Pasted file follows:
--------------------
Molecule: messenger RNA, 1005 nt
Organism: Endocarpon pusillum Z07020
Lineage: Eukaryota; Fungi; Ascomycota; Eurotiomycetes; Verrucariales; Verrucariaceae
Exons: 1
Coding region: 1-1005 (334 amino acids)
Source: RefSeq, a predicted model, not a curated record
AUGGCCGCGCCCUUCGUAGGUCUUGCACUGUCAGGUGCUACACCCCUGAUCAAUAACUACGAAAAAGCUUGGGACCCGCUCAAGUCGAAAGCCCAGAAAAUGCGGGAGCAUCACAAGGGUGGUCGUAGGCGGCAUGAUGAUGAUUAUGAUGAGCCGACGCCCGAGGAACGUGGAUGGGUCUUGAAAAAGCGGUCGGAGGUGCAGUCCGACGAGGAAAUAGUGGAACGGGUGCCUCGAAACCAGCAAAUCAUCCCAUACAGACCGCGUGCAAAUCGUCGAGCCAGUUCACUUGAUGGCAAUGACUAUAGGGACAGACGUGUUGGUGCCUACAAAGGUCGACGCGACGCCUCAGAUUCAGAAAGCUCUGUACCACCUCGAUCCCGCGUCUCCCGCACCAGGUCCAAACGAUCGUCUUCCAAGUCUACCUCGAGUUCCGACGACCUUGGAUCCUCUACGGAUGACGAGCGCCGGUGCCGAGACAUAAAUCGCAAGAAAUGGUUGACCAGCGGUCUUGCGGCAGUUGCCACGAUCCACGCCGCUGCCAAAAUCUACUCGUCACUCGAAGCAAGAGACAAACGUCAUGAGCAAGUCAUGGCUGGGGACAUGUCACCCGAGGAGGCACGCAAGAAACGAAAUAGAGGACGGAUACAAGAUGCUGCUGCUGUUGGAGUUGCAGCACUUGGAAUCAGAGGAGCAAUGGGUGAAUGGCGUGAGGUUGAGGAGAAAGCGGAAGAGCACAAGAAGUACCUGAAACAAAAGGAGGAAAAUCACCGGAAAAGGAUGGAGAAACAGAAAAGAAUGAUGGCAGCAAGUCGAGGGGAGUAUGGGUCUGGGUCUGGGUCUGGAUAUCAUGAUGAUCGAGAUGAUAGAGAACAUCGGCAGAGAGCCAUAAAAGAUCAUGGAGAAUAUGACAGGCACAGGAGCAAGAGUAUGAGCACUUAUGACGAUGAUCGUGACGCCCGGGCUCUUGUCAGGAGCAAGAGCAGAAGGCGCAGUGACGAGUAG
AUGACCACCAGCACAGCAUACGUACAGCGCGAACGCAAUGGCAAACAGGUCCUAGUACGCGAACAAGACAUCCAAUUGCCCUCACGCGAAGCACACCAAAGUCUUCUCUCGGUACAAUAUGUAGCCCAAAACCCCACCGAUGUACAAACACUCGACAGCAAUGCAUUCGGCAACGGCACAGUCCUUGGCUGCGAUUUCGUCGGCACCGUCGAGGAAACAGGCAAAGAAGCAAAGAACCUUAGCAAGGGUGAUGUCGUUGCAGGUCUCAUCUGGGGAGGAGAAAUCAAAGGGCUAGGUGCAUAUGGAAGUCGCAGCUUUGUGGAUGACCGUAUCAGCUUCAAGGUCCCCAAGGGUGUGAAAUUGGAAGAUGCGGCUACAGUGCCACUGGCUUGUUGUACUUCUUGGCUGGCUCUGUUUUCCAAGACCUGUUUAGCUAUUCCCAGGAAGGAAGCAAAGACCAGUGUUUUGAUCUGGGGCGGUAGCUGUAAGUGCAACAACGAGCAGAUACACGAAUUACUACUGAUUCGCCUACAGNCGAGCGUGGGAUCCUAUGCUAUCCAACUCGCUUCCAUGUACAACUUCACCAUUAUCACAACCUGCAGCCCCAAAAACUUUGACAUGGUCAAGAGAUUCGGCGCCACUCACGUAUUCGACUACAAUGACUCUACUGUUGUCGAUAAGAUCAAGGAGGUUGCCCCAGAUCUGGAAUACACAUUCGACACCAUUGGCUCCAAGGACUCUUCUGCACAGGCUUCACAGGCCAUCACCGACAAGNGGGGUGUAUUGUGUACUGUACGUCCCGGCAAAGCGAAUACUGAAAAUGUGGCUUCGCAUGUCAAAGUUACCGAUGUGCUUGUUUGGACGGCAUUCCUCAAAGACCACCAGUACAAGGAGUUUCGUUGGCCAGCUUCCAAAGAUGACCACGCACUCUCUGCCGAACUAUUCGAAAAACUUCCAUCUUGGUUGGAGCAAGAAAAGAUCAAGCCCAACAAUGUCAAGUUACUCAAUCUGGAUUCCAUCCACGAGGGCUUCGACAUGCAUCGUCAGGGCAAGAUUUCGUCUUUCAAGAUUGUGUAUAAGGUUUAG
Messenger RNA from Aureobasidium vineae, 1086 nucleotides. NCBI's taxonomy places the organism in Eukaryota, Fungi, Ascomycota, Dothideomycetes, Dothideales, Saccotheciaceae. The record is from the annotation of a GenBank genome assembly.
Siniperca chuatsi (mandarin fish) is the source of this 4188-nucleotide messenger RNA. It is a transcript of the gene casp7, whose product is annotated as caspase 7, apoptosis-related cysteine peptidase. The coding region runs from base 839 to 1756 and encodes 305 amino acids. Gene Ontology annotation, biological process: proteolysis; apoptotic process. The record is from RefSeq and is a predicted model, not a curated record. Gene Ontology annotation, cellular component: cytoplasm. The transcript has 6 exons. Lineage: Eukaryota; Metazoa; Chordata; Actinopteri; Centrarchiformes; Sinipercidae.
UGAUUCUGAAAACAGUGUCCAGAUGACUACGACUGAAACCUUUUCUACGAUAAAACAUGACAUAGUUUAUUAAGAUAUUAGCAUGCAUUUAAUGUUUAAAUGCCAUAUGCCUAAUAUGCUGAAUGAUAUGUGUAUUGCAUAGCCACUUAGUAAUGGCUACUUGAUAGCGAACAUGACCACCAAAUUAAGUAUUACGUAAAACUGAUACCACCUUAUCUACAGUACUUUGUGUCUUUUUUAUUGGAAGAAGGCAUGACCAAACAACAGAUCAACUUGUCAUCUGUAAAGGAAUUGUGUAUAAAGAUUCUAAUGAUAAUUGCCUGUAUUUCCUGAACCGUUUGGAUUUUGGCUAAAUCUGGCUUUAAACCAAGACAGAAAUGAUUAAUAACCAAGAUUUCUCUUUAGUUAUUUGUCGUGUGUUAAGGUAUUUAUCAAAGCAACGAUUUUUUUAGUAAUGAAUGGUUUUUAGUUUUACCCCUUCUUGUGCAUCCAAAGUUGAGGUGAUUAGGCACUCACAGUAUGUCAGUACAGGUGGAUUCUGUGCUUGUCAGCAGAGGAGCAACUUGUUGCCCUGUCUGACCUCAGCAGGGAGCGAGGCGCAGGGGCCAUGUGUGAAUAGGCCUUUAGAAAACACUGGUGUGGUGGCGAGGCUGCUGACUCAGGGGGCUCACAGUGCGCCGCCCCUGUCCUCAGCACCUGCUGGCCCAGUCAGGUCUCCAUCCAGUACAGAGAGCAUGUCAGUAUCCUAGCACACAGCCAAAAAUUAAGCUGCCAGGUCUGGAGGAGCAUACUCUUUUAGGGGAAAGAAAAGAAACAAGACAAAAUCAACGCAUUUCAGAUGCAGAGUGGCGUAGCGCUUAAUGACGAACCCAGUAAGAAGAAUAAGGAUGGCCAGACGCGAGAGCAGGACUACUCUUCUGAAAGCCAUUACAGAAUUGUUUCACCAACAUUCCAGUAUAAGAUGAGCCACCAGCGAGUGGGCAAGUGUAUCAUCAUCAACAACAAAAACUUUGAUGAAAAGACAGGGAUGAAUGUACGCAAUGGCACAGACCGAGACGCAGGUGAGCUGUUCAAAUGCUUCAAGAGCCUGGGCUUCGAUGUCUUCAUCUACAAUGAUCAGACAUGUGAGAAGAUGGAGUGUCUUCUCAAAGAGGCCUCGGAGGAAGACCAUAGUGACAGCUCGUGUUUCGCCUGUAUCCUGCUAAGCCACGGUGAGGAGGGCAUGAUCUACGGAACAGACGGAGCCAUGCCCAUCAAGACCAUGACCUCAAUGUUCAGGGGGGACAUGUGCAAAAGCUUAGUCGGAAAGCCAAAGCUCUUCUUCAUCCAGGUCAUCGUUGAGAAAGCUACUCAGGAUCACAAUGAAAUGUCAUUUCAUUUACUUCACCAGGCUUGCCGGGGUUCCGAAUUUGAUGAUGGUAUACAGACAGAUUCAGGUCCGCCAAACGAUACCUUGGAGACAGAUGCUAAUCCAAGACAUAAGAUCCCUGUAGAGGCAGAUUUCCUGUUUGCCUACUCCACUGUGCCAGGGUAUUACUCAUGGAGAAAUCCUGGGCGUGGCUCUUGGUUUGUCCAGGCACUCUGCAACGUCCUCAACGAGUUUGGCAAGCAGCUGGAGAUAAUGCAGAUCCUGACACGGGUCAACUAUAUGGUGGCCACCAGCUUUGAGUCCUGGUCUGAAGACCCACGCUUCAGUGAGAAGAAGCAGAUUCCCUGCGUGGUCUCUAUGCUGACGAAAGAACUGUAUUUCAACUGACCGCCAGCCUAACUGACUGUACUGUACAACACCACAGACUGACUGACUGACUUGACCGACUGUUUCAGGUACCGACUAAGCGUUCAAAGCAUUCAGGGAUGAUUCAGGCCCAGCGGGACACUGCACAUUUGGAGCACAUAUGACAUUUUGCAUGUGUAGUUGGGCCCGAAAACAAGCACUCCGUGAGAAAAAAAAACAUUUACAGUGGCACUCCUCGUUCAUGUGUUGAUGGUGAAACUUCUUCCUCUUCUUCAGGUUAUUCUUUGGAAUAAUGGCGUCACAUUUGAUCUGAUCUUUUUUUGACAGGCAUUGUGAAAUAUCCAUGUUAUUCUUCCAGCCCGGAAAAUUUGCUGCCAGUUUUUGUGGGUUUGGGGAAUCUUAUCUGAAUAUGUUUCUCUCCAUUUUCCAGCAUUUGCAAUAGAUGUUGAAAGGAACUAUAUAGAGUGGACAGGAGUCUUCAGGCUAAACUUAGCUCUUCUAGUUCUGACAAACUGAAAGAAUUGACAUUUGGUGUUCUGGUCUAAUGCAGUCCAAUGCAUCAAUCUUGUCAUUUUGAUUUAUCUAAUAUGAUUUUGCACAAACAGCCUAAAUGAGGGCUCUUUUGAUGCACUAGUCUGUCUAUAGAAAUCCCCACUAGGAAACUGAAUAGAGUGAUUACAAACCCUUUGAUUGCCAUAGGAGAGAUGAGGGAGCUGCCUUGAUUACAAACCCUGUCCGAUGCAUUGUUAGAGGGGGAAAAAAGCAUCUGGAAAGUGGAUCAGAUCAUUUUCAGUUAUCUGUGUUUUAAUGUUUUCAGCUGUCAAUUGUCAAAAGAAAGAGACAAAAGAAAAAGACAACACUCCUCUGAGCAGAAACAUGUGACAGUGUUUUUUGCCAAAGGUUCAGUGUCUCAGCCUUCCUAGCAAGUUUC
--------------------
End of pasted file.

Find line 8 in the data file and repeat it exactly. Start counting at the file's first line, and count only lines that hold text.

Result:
AUGACCACCAGCACAGCAUACGUACAGCGCGAACGCAAUGGCAAACAGGUCCUAGUACGCGAACAAGACAUCCAAUUGCCCUCACGCGAAGCACACCAAAGUCUUCUCUCGGUACAAUAUGUAGCCCAAAACCCCACCGAUGUACAAACACUCGACAGCAAUGCAUUCGGCAACGGCACAGUCCUUGGCUGCGAUUUCGUCGGCACCGUCGAGGAAACAGGCAAAGAAGCAAAGAACCUUAGCAAGGGUGAUGUCGUUGCAGGUCUCAUCUGGGGAGGAGAAAUCAAAGGGCUAGGUGCAUAUGGAAGUCGCAGCUUUGUGGAUGACCGUAUCAGCUUCAAGGUCCCCAAGGGUGUGAAAUUGGAAGAUGCGGCUACAGUGCCACUGGCUUGUUGUACUUCUUGGCUGGCUCUGUUUUCCAAGACCUGUUUAGCUAUUCCCAGGAAGGAAGCAAAGACCAGUGUUUUGAUCUGGGGCGGUAGCUGUAAGUGCAACAACGAGCAGAUACACGAAUUACUACUGAUUCGCCUACAGNCGAGCGUGGGAUCCUAUGCUAUCCAACUCGCUUCCAUGUACAACUUCACCAUUAUCACAACCUGCAGCCCCAAAAACUUUGACAUGGUCAAGAGAUUCGGCGCCACUCACGUAUUCGACUACAAUGACUCUACUGUUGUCGAUAAGAUCAAGGAGGUUGCCCCAGAUCUGGAAUACACAUUCGACACCAUUGGCUCCAAGGACUCUUCUGCACAGGCUUCACAGGCCAUCACCGACAAGNGGGGUGUAUUGUGUACUGUACGUCCCGGCAAAGCGAAUACUGAAAAUGUGGCUUCGCAUGUCAAAGUUACCGAUGUGCUUGUUUGGACGGCAUUCCUCAAAGACCACCAGUACAAGGAGUUUCGUUGGCCAGCUUCCAAAGAUGACCACGCACUCUCUGCCGAACUAUUCGAAAAACUUCCAUCUUGGUUGGAGCAAGAAAAGAUCAAGCCCAACAAUGUCAAGUUACUCAAUCUGGAUUCCAUCCACGAGGGCUUCGACAUGCAUCGUCAGGGCAAGAUUUCGUCUUUCAAGAUUGUGUAUAAGGUUUAG